Growing up in Brixton, I have lost many friends to knife crime. In 2019, I lost my best friend to a tragic case of mistaken identity. He was stabbed on our estate, an event that left me angry and depressed. Baytree provided a safe space, surrounded by friends and focused support during my GCSEs, including tutoring and assessment reviews.

Baytree also assisted me in securing my first job as a youth worker at a local youth charity, boosting my confidence in working with young people.

I recently graduated with a 2.1 in Childhood and Youth Studies from Uni. The support from Baytree was crucial during the stress and anxiety of university life, especially following a traumatic event in my first year that nearly led me to drop out. With their guidance, I managed to excel beyond my expectations.

Since graduating, I have been working as a Behavioural Support Worker in a Pupil Referral Unit and as an Outreach Worker, helping young girls with behavioural and emotional needs. I plan to return to university in September to pursue a Master’s degree in Social Work.

With the unwavering support from Baytree, I have become the resilient and motivated young adult I am today.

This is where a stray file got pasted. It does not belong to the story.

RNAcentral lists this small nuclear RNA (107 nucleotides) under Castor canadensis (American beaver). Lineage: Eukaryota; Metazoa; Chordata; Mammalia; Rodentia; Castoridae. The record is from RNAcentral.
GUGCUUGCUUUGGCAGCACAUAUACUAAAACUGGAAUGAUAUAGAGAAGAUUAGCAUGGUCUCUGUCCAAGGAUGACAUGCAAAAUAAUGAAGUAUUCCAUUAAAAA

Fatima’s Journey

Fatima started her journey from Afghanistan at the age of 9. She witnessed her mother dying after being shot and her father decided to leave their home for his daughter’s safety. Fatima has travelled by foot, train, boat and bus and this journey took 2 years to complete.

Fatima and her father were placed in a hotel in Crystal Palace, along with 500 other refugees. The Baytree Centre got in touch with the manager and together we extracted all the information of girls that would benefit from our Programme. As most of them were waiting for their paperwork to be processed, money and transport was a big issue. The Baytree Centre was able to fund their travel to and from Brixton. On 16th November, Fatima and 7 other students registered on the Into School Programme, where they would attend daily English and Maths classes from Monday to Wednesday.

Due to the uncertainty of living in a temporary accommodation, Fatima struggled to secure a place in a secondary school. She attended the Into School Programme for a term until she was told she was being sent to North Yorkshire. We kept in touch with her and she expressed her struggle to apply for schools and she was being refused helped, too. We therefore contacted her local council and supported her application process. She is now in school and her father has said she is thriving and they feel happy she is accessing education. We still keep in touch with her and she is always updating her ESOL teacher on her school reports.

 

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For any questions regarding the application process, email women@baytreecentre.org.uk.

Sparklers Club

supports girls in their final term of Year 6 and in year Year 7 with the transition from primary to secondary school; Tuesdays from 4:30 – 5:45 pm  

Junior Spark Club

for girls in years 8-9; Thursdays from 4:30 – 6:00 pm. 

Spark Club

for girls in years 10 and above; Wednesdays from 5:00 -7:00 pm.